My best friend Jack was a young, healthy, hard working, kind, amazing lad. He really was a ‘proper’ friend. He could tell me my life story, tell me things I honestly didn’t know about myself. He always knew the right answer to my questions and always gave the best advice. He was my rock. We had been best friends since from around the age of 2, so he really did know me better than I knew myself. He held my hand through the tough times and laughed with me through the amazing times. Protective, as you can imagine a friend to be. He was the type of friend you didn’t have to speak to for a week or two but as soon as you did it was like you had spoken just yesterday.
Three years ago my world came crashing down. A phone call, that’s all it took. News that completely broke my heart. Jack died of a cardiac arrest, he was 20. He went to bed and didn’t wake up.
I didn’t sleep a wink the night I found out, tossed and turned. I had so many questions. I was so angry, angry with the world. My head was absolutely all over the place. How could this happen? His family needed him, I needed him. I didn’t even get to say goodbye, which was the hardest thing for me. I didn’t get to say goodbye to my best friend, tell him how much he meant to me. I had this strange sense of being completely lost, completely alone. I could physically feel the pain in my heart, the empty hole. My body was numb, I couldn’t focus or think. I just cried, I cried all the time. I was like a robot – daily activities, work just became a blur. I spent most of my days walking around aimlessly, hating the world. I couldn’t find the words to talk to anyone. I didn’t know what to say. How could I explain this pain? It’s easy to forget that it’s not just the person’s family that mourn, but all the people whose lives they touched. I felt like I didn’t have the right to show this emotion, this utter sadness, because I wasn’t a member of his close family.
I slowly slipped into a deep depression. It all happened so quickly, I didn’t have anyone to talk to. I had so many friends, but none of them knew or understood the pain I really felt. I went to a different high school to Jack, so my ‘high school’ friends didn’t know him; I couldn’t explain how much he meant to me, how amazing he really was. I couldn’t let anyone in – how could they possibly understand? I was worried about telling anyone how I felt because I didn’t want people to think I was doing it for attention. I just wanted this feeling of loneliness to stop.. I needed to help myself. I covered it up by smiling, being happy, trying to be my usual self. When I got home after school it was a different story. I would just sit in my bedroom, curtains closed.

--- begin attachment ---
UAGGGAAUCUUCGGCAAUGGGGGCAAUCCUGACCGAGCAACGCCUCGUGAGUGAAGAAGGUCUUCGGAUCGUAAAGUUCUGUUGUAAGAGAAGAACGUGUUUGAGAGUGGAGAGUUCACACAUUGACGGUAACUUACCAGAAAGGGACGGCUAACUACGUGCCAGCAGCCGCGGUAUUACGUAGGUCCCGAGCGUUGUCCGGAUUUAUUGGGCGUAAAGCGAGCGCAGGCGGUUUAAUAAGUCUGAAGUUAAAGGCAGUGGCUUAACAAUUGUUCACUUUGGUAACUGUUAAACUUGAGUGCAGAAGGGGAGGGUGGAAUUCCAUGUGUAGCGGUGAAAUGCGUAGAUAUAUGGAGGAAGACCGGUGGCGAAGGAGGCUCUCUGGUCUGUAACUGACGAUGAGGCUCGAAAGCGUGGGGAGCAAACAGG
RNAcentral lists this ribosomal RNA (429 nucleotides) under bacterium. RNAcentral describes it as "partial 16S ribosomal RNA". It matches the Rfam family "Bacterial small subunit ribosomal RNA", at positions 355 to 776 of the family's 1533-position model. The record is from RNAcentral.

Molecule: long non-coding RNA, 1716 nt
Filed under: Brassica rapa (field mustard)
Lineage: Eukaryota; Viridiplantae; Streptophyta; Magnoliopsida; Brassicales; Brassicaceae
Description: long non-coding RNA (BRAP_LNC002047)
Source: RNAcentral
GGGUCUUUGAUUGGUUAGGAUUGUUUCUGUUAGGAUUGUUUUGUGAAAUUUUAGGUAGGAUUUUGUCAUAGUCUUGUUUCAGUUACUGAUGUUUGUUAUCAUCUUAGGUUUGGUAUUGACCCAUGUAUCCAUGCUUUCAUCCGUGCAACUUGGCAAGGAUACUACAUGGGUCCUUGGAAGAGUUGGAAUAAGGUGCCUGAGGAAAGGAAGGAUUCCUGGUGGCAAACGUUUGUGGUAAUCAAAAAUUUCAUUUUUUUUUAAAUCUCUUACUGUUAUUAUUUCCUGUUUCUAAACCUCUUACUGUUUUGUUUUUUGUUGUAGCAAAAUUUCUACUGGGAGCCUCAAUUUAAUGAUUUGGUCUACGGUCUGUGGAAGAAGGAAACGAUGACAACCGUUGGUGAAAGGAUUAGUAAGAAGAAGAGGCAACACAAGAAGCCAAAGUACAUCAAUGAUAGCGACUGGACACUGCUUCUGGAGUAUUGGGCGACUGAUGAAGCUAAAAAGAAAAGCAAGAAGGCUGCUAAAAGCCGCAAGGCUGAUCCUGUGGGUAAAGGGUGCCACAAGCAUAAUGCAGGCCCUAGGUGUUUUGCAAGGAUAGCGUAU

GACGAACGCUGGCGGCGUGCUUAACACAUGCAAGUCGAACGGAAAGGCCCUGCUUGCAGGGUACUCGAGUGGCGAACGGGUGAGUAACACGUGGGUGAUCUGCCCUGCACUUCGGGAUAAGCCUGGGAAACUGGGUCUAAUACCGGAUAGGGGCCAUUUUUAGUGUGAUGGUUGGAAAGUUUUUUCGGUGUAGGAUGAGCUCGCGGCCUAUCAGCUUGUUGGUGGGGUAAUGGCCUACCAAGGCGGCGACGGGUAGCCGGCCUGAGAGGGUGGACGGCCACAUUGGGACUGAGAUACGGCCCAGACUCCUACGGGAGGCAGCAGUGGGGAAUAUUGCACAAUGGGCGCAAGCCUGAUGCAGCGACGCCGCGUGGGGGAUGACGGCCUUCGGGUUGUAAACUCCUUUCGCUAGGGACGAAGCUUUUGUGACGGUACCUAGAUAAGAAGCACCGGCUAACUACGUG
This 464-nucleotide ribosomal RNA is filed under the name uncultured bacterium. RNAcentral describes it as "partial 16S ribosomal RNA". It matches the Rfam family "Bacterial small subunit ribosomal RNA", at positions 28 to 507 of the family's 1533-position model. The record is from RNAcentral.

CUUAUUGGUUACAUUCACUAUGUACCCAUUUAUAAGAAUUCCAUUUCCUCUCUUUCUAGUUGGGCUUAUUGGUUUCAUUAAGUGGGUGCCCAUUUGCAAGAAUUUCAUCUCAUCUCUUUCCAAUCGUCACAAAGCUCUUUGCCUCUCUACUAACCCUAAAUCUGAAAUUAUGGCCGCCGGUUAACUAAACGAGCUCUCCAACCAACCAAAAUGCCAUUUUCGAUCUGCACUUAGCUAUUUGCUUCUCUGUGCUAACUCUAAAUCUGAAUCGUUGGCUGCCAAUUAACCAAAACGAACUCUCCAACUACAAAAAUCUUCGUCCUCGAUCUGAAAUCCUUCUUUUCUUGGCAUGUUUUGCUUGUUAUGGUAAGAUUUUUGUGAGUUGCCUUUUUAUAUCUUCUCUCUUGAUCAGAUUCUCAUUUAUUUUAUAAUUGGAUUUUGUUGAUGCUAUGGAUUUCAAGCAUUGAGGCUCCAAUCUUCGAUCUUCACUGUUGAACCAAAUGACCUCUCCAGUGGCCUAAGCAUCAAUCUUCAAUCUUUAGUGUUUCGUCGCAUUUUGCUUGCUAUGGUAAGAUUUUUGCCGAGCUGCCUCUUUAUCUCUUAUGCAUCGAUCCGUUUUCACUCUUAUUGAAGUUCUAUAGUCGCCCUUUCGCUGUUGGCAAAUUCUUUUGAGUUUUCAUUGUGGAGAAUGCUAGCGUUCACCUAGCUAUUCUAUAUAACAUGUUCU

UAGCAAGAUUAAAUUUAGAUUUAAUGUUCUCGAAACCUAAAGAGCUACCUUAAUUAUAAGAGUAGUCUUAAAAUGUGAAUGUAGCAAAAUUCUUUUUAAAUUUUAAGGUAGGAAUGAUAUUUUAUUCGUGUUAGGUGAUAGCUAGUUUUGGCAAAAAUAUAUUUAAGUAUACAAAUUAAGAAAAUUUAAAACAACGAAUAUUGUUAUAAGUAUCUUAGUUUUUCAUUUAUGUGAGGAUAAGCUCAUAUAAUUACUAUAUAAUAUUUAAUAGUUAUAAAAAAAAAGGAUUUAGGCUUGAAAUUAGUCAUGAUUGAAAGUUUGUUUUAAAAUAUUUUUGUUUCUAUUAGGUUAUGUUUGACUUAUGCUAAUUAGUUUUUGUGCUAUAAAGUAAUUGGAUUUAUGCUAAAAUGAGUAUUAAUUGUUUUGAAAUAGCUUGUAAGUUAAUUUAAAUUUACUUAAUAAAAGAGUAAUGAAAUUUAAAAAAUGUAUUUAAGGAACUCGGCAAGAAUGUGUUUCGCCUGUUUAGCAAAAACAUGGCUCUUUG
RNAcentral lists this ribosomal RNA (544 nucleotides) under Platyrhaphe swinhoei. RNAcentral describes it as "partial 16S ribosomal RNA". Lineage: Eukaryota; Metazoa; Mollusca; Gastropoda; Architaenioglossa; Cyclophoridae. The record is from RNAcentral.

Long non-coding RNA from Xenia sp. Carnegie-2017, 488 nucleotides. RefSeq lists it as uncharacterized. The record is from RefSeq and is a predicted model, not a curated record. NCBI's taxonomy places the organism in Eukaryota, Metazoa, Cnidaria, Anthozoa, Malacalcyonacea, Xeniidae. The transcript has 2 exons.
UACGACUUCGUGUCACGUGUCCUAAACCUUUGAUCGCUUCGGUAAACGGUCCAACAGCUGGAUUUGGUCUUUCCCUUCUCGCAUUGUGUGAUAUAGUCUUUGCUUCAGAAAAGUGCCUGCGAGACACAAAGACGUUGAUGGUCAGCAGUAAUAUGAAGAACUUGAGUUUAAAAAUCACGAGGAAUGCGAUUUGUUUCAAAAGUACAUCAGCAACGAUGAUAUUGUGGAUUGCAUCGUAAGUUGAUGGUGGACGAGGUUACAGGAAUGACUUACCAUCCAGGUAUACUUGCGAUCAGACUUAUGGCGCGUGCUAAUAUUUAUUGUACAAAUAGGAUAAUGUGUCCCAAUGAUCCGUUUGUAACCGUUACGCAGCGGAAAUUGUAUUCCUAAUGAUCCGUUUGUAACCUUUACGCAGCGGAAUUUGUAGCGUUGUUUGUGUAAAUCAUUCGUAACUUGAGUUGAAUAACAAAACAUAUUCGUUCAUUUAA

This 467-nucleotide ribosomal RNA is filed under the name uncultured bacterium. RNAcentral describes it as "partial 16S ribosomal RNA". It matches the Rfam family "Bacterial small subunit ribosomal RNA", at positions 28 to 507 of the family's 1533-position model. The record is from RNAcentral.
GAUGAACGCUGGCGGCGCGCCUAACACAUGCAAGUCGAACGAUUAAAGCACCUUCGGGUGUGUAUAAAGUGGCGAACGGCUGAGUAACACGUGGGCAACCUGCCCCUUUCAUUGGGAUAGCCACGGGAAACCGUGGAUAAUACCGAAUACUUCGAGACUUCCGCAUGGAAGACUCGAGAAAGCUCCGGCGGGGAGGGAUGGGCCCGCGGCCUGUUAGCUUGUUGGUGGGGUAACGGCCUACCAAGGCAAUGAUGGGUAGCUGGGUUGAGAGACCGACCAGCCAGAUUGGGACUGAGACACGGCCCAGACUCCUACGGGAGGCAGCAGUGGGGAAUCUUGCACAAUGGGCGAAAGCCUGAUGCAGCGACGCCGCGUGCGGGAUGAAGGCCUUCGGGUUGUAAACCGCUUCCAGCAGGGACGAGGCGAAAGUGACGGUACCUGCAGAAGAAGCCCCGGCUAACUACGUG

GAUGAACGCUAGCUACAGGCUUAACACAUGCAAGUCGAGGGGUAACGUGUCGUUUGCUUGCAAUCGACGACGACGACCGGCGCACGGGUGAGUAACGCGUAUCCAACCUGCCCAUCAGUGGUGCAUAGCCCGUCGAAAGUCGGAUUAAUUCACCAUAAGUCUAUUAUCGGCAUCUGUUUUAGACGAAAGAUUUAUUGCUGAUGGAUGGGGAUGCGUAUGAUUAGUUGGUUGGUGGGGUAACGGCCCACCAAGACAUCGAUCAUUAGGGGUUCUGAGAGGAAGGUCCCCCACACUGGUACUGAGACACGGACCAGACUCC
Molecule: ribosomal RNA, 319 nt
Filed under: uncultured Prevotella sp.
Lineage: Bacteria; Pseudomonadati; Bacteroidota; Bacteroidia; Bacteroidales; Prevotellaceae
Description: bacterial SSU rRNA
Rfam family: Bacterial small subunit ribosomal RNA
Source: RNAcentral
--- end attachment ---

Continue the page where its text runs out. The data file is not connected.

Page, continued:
I needed to do something; I couldn’t carry on in this way. I wasn’t living, I was just existing. I started to research depression, symptoms, treatments, anything and everything. This is how I came across CALM. It’s been my saviour ever since. It really did make a difference. Being able to read about other people’s stories, I knew I wasn’t alone in the way I was feeling. I was able to relate to people, read how they overcome their problems. I reflected on myself, my life, Jack.
It didn’t happen overnight but I rebuilt myself, rebuilt my life. I was able to open up and talk to people. Like I said, it didn’t happen overnight, it took me at least 2 years to find myself again. Talking to someone was the best thing I could have ever done. I opened up and released everything. My shoulders felt lighter and my strength was slowly restored. I still have days when I just cry, but I never do it alone. If I am having a down day I will sit with my family or friends and talk to them, surround myself with the people I love. Maybe I have more down days than good days; the important thing is I am on the right track. A problem shared is a problem halved. I still text Jack’s phone as well. Sounds crazy but it’s something that helps me, it’s the little things that help. I will never forget Jack, my best friend. Just because I don’t cry everyday doesn’t mean I don’t miss him as much as the day he left us. I learnt to celebrate his life, all the things we did, the memories we created. He will always, always be in my heart. My bestfriend.
I wanted to tell my story. I want to help the people that really need it, so much so I am now studying mental health nursing at university. I think the key to helping someone with such issues is to put yourself in their shoes, empathise with their situation, and for me I really can. I have been there and I am living evidence that life does go on and it does get better.